Hot off the Press: Burden of Power by Alastair Campbell
This is the sort of book whose reviews are so predictable, there’s not really any point in reading them. In fact, you could probably write your own without reading the book:
Those looking for revelations about Iraq will be disappointed … We don’t find out anything about Blair/Brown we didn’t know already … The prose is plain at best: Alastair Campbell is no stylist … Its value lies in its warts-and-all, no-holds-barred insider account of life at the heart of Number 10 … Despite its flaws, an indispensable record for future historians.
Which is essentially what Christopher Meyer (Evening Standard), Philip Stephens (Financial Times), Chris Mullin (Guardian), John Kampfner (Observer) and David Aaronovitch (Times) all said, but with more words.
The funniest sentence comes from Meyer’s review:
‘Who cares what Charles Clarke or John Reid thought about this or that? Who were Charles Clarke and John Reid, for that matter?’
Kampfner relays the best anecdote:
Campbell was chatting to George W Bush, during a break in the official meetings. “I asked him how much he drank. He said two or three beers a day, a bit of wine, some bourbon… I went through the kind of quantities I was drinking at the end and said they dwarfed his efforts. I said that having a breakdown and not drinking had been the best thing that ever happened to me. It was like seeing the light? But you still don’t believe in God? he asked. No I don’t.”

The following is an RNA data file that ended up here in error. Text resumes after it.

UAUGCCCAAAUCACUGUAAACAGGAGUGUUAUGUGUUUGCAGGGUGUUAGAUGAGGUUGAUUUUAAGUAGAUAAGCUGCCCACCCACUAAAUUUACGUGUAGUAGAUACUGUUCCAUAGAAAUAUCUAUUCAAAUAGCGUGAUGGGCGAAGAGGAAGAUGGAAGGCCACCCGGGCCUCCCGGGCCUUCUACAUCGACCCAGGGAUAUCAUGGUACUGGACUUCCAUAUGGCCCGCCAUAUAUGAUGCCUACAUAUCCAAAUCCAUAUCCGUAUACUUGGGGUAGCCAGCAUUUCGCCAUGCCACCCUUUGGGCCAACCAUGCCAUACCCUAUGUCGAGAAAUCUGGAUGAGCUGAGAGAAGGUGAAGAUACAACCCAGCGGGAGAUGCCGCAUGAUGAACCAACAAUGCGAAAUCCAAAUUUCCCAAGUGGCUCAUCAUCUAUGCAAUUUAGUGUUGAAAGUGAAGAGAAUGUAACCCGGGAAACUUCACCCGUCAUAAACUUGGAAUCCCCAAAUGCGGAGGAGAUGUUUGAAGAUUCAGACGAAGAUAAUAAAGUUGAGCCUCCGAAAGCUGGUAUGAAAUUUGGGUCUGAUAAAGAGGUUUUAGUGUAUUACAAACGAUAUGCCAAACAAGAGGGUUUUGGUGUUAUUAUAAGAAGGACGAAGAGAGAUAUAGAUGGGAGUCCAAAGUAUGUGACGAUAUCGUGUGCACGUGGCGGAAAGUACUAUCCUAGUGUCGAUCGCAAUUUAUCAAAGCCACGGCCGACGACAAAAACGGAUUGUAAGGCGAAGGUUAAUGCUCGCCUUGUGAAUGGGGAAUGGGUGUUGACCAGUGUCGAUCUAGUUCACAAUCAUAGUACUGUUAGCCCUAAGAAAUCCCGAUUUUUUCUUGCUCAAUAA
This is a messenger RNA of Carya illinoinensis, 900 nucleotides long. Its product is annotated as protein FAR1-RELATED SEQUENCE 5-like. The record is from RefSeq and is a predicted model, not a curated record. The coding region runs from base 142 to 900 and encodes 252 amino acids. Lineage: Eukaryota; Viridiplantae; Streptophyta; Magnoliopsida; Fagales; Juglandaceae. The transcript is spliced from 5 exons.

While David Aaronovitch provides the most controversial insight: ‘Campbell comes over as clever, loyal, uncultured (he goes once to the ballet and hates it) and driven.’
This comment provoked a furious — but entirely justified — response from online commenter Tom Beck, a man after my own heart:
Uncultured because he doesn’t like ballet? I have translated Pushkin into English, various English poets into German, have published extensively on all aspects of 20th music, written for German and Swiss newspapers, broadcast in England and Germany and did a music D.Phil in Oxford, play the lute…. I could go on… And I LOATHE the ballet, not the music, but the stupid hopping about, never on the beat, by a load of creeps who have no idea how damned silly they look.
A boringly feminist but necessary note to end on: why are women never allowed to review political memoirs? Maybe they have better things to do.